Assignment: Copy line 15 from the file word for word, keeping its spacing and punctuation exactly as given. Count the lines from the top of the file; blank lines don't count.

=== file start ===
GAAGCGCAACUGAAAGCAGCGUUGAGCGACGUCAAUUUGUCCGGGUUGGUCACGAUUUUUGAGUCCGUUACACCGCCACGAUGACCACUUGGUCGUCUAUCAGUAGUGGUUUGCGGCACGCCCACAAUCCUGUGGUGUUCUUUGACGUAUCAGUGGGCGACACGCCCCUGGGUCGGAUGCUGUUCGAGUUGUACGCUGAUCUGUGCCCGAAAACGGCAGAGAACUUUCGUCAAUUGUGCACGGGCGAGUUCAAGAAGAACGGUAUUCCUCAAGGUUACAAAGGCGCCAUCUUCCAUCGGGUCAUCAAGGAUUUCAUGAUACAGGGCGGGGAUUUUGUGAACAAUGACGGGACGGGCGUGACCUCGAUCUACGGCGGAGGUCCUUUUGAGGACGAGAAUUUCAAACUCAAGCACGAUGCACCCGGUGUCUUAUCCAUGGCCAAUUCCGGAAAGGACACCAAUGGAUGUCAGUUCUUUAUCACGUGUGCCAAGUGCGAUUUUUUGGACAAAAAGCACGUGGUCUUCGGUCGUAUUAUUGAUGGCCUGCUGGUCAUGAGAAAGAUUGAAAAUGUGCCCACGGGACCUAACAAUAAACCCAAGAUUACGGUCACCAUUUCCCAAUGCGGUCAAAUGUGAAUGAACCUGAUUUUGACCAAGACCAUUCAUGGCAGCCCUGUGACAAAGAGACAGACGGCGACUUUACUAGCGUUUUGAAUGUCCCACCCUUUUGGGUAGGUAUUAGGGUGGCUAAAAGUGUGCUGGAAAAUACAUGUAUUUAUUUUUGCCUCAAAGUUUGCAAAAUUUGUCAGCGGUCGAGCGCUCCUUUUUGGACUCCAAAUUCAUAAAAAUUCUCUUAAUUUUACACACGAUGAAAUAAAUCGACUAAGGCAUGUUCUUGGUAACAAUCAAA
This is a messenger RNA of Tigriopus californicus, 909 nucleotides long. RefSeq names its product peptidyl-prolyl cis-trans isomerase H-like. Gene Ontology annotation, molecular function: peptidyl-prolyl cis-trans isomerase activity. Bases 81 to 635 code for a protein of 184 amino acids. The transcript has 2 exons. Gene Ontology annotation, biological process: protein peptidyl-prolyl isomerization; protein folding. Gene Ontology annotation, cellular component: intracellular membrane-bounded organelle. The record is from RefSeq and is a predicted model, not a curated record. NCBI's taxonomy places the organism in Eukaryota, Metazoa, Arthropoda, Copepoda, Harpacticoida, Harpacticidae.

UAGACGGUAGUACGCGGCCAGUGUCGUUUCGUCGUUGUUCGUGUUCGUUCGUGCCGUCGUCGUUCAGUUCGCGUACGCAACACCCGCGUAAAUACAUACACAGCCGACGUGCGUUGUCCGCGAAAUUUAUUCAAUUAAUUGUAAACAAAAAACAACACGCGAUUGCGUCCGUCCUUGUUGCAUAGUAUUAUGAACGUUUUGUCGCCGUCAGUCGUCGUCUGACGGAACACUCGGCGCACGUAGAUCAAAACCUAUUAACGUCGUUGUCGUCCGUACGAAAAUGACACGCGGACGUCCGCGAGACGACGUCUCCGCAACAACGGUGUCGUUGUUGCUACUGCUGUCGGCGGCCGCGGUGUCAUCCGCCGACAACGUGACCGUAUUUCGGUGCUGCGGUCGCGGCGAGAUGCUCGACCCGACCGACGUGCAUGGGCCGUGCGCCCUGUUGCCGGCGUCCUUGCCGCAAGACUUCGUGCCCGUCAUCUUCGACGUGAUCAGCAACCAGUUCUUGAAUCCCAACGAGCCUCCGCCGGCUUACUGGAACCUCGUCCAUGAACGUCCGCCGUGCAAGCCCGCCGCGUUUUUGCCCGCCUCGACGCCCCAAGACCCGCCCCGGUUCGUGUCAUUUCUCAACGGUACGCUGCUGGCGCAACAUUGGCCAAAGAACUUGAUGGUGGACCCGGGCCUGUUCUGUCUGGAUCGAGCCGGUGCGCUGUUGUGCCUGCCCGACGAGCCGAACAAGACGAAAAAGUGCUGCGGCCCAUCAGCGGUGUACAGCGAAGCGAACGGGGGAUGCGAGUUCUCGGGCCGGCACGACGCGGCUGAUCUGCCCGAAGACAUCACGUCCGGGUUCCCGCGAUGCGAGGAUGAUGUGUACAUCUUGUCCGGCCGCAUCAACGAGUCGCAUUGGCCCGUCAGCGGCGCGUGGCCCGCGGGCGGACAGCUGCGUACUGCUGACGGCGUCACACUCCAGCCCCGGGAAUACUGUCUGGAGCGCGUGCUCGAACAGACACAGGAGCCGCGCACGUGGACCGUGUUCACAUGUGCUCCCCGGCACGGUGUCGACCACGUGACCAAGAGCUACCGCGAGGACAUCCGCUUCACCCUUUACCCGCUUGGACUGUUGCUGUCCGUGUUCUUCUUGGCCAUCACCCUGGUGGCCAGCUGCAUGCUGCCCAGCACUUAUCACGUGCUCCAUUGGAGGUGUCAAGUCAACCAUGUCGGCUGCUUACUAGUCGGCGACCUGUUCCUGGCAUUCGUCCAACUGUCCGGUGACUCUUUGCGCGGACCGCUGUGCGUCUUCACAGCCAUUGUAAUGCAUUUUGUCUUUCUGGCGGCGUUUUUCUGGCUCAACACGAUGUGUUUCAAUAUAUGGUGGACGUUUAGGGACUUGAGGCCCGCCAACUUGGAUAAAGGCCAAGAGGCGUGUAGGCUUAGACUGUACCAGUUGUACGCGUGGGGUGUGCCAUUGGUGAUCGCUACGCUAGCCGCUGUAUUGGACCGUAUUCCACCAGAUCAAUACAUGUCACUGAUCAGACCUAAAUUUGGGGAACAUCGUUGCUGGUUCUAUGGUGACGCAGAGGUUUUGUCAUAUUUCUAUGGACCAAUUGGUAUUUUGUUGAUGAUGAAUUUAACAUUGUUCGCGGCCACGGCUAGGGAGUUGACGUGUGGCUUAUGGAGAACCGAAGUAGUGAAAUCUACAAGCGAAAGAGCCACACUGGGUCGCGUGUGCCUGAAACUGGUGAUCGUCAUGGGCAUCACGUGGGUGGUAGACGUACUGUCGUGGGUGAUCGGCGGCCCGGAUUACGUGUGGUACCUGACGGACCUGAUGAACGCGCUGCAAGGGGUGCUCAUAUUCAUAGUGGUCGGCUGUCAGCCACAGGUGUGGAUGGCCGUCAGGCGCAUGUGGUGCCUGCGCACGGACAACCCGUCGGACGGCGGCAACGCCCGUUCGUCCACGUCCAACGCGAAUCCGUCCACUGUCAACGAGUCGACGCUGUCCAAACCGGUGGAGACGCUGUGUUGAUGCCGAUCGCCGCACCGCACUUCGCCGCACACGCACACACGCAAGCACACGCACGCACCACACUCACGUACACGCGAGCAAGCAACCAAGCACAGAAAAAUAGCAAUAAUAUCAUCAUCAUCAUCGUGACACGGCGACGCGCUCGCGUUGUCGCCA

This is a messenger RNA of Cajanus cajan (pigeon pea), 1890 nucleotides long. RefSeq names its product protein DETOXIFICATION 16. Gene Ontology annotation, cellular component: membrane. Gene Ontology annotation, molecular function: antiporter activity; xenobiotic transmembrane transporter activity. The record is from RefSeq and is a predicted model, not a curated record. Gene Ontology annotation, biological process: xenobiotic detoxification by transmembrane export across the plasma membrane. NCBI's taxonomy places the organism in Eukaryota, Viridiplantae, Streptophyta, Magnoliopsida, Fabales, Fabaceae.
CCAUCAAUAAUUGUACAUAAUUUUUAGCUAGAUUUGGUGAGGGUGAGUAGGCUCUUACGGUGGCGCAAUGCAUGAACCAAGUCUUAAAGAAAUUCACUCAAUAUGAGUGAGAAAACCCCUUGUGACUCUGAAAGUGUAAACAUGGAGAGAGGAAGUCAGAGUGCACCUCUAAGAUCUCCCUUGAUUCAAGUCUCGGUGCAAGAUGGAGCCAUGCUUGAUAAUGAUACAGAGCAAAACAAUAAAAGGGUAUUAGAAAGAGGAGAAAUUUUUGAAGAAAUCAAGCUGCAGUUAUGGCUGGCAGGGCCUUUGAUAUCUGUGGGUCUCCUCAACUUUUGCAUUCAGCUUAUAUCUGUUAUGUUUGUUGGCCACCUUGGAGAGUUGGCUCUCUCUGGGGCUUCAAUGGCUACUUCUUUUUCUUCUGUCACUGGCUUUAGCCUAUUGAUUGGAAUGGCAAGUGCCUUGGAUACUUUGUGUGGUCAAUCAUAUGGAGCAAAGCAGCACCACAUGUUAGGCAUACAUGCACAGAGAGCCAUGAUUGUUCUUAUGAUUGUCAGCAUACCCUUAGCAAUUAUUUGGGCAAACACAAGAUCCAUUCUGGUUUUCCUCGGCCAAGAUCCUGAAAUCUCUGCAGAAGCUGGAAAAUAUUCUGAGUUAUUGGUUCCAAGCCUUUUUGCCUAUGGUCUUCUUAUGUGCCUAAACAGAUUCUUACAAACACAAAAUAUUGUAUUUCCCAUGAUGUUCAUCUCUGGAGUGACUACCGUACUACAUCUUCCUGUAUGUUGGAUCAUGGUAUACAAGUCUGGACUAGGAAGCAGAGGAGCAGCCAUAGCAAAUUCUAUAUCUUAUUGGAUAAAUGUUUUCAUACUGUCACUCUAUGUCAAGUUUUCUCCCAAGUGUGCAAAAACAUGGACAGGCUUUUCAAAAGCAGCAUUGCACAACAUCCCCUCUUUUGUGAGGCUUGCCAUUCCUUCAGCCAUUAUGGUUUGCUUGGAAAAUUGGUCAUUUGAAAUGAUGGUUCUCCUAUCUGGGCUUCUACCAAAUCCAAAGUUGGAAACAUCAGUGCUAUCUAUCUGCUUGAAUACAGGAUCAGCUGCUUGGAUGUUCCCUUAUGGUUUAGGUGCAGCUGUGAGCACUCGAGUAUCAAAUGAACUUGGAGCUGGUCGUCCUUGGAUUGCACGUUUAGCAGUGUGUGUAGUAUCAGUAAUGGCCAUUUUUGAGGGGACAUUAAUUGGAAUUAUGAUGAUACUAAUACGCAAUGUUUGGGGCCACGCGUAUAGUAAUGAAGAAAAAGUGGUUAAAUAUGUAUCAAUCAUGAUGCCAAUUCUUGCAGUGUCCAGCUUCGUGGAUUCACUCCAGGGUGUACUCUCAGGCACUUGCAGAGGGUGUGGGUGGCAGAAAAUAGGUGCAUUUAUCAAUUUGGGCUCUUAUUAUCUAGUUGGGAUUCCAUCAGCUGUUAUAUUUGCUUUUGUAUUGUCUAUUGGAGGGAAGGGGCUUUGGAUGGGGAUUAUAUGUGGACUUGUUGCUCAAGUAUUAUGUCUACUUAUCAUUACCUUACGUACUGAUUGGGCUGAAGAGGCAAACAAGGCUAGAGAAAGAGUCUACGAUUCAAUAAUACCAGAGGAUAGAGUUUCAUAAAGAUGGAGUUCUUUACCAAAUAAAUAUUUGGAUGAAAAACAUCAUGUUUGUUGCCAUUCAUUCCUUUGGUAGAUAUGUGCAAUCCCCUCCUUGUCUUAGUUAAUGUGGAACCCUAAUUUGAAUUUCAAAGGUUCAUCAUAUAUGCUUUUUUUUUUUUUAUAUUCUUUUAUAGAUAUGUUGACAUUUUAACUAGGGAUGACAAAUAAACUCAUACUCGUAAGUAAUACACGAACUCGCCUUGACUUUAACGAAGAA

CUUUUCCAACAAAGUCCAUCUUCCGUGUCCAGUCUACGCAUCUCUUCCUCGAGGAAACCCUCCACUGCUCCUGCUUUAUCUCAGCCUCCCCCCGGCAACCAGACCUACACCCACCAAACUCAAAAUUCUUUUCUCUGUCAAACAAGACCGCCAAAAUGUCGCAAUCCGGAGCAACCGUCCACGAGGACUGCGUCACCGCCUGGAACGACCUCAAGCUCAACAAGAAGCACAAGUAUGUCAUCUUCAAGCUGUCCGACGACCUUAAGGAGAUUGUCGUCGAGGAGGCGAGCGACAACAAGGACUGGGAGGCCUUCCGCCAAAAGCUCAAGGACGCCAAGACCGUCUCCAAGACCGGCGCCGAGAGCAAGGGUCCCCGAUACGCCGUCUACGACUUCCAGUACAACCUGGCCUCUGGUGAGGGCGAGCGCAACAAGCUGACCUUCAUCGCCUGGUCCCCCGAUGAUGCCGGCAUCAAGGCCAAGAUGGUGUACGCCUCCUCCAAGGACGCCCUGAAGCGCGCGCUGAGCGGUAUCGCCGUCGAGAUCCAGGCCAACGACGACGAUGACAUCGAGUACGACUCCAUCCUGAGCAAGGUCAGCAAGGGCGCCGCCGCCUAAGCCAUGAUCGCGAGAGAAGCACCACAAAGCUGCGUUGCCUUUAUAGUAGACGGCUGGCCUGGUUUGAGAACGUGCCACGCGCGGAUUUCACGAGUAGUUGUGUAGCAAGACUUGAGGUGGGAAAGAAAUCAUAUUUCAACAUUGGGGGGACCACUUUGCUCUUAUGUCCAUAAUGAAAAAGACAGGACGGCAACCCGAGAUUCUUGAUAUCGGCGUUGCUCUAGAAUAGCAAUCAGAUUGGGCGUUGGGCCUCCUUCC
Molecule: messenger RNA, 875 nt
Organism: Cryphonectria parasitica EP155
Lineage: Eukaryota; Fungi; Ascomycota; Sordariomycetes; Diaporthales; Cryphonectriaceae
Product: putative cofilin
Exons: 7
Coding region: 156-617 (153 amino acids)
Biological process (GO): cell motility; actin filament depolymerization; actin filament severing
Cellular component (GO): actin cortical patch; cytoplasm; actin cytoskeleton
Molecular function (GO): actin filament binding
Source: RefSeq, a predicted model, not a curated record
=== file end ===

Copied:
Molecular function (GO): actin filament binding